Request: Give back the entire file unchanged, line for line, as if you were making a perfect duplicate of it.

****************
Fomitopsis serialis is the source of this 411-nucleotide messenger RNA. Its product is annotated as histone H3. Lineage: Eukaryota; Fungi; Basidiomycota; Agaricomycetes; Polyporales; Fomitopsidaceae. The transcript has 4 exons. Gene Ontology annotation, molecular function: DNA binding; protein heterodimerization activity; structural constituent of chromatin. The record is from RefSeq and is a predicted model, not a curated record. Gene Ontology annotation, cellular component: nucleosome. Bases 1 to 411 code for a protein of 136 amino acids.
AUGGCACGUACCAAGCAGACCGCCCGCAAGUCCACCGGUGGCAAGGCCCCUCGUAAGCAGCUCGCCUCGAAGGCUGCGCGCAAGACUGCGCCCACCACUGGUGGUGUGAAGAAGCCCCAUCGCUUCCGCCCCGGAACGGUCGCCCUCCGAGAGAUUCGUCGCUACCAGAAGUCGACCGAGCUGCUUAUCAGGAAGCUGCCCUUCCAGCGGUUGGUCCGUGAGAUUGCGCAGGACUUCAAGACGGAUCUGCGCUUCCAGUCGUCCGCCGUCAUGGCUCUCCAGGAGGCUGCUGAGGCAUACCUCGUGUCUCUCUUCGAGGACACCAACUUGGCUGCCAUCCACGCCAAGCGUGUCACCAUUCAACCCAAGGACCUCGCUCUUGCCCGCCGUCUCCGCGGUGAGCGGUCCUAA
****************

Fomitopsis serialis is the source of this 411-nucleotide messenger RNA. Its product is annotated as histone H3. Lineage: Eukaryota; Fungi; Basidiomycota; Agaricomycetes; Polyporales; Fomitopsidaceae. The transcript has 4 exons. Gene Ontology annotation, molecular function: DNA binding; protein heterodimerization activity; structural constituent of chromatin. The record is from RefSeq and is a predicted model, not a curated record. Gene Ontology annotation, cellular component: nucleosome. Bases 1 to 411 code for a protein of 136 amino acids.
AUGGCACGUACCAAGCAGACCGCCCGCAAGUCCACCGGUGGCAAGGCCCCUCGUAAGCAGCUCGCCUCGAAGGCUGCGCGCAAGACUGCGCCCACCACUGGUGGUGUGAAGAAGCCCCAUCGCUUCCGCCCCGGAACGGUCGCCCUCCGAGAGAUUCGUCGCUACCAGAAGUCGACCGAGCUGCUUAUCAGGAAGCUGCCCUUCCAGCGGUUGGUCCGUGAGAUUGCGCAGGACUUCAAGACGGAUCUGCGCUUCCAGUCGUCCGCCGUCAUGGCUCUCCAGGAGGCUGCUGAGGCAUACCUCGUGUCUCUCUUCGAGGACACCAACUUGGCUGCCAUCCACGCCAAGCGUGUCACCAUUCAACCCAAGGACCUCGCUCUUGCCCGCCGUCUCCGCGGUGAGCGGUCCUAA